Return to Conservation Biology Research on Birds

Mosher, J.A. 1987. Woodland hawk census project. Final report submitted to the Minnesota Department of Natural Resources. 40 pp.


It is essential to the effective management and conservation of wildlife populations to be able to reliably assess their status over space and time. Such quantitative data for woodland raptors have been difficult and often prohibitively expensive to acquire. Public and private concern for these species has led to requirements for determining their status within political boundaries by both State and Federal agencies.

Forested habitat places severe restrictions on our ability to detect and observe raptors. Detectability is further reduced by the secretive behavior of several of these species. This project, final results of which are reported here, was initiated in 1979 to develop methods for monitoring raptor populations in forested habitat. We asked these questions among others: 1) do woodland raptors respond to broadcast of tape-recorded conspecific and/or Great-horned Owl vocalizations? they do; 2) does the use of these broadcast vocalizations increase the detectability of raptor species over surveys without broadcast? it does; 3) which is most effective at eliciting responses from woodland hawks, conspecific or Great-horned Owl broadcasts? of the species tested, the Great-horned Owl broadcasts produced higher contact rates for Red-shouldered Hawks and rates at least as high as the conspecific broadcasts for other species; 4) is there a correlation between survey contact rates and the actual number of hawks resident on the area surveyed? yes.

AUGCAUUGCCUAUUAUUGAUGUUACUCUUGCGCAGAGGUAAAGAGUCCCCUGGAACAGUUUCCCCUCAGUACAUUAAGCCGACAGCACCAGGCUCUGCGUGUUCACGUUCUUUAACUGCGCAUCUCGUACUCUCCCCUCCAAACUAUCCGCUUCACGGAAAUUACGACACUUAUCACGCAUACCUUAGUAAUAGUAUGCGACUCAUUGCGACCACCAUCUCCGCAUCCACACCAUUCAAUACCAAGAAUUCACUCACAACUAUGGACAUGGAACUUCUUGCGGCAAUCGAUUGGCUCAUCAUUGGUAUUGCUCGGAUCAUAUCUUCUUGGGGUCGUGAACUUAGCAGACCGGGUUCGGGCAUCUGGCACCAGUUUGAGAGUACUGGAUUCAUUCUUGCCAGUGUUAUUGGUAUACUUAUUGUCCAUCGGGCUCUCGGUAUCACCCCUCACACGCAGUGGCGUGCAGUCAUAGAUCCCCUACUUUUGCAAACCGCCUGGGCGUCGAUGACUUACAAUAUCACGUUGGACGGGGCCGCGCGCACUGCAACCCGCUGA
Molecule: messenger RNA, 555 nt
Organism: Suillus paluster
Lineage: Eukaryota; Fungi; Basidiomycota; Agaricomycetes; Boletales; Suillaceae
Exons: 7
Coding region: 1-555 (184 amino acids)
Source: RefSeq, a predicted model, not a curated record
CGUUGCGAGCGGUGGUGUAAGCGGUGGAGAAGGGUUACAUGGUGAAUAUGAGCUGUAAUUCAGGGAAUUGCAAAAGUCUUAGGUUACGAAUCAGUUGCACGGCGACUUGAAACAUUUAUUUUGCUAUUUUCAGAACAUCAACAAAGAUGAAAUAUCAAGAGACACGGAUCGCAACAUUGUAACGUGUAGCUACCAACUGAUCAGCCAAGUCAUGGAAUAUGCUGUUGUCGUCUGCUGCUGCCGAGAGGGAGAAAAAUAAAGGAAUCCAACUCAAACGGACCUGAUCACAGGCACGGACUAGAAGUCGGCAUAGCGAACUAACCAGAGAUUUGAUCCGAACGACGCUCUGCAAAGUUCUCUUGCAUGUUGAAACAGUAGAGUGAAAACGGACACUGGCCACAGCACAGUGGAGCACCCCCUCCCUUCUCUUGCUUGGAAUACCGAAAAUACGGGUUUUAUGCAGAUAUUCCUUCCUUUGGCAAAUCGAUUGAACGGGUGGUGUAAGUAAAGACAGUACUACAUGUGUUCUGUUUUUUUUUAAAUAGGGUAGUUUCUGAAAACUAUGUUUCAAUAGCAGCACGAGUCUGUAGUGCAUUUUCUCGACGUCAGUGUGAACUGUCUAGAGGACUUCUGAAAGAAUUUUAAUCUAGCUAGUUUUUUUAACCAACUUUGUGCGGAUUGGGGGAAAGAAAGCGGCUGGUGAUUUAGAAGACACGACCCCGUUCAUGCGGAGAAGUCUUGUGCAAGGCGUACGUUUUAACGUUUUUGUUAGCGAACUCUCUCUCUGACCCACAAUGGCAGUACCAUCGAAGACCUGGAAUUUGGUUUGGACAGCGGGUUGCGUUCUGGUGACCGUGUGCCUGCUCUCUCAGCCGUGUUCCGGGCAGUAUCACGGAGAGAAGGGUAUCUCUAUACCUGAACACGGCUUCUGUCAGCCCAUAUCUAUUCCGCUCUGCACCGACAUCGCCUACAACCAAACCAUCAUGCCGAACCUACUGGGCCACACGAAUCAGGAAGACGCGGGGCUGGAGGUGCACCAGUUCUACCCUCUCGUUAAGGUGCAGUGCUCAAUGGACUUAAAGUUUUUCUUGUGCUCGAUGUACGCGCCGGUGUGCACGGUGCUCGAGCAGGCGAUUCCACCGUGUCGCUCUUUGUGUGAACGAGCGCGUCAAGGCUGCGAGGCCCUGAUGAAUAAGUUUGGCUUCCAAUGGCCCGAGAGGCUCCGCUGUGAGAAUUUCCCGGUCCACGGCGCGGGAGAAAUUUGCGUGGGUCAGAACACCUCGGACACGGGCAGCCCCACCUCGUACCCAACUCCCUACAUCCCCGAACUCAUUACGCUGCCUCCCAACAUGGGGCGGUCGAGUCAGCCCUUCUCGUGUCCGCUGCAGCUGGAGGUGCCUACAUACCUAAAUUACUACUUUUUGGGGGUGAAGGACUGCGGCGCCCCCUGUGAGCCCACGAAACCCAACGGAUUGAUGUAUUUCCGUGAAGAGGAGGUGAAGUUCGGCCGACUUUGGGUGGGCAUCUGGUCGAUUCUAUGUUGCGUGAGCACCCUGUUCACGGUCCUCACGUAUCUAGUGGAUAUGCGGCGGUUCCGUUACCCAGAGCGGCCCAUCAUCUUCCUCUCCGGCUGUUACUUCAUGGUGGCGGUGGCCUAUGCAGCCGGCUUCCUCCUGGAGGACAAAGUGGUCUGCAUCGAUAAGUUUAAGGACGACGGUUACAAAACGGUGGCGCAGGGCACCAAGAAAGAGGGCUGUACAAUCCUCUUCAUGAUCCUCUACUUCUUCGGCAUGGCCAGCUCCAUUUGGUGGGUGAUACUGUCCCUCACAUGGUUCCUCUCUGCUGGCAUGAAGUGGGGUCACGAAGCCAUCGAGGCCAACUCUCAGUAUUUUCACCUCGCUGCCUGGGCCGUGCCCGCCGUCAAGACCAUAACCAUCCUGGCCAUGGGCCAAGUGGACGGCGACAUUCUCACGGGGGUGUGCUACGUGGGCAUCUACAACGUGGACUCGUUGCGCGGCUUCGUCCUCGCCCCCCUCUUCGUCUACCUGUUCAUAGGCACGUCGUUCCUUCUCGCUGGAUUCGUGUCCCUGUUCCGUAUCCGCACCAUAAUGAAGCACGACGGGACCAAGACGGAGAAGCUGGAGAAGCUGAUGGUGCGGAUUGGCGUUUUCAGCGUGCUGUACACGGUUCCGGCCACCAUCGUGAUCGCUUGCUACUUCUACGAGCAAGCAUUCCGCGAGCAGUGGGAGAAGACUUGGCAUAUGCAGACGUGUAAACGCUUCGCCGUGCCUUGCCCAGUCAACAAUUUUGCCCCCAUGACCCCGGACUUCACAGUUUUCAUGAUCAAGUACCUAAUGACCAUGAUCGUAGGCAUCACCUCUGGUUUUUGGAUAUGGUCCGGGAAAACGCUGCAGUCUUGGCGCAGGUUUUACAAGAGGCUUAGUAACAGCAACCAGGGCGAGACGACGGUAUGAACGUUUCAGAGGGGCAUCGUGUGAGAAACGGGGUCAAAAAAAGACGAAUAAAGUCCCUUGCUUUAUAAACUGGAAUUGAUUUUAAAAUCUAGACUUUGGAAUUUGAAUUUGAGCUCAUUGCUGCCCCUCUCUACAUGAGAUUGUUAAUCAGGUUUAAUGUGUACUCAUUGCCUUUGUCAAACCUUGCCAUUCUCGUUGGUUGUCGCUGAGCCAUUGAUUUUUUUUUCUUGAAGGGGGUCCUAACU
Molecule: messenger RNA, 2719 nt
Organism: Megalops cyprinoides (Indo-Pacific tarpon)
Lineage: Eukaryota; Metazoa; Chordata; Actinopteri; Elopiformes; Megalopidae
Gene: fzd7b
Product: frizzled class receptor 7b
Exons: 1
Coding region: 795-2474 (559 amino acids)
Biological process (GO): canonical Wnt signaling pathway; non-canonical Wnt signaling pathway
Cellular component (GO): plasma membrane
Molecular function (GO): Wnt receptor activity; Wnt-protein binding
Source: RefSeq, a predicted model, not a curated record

This report presents the results of the final development and testing of the broadcast technique for censusing/indexing woodland hawk populations. The best regression models for individual species and species groups are presented along with their statistical characteristics. Recommendations for the application of this technique to monitoring woodland hawk populations are provided.

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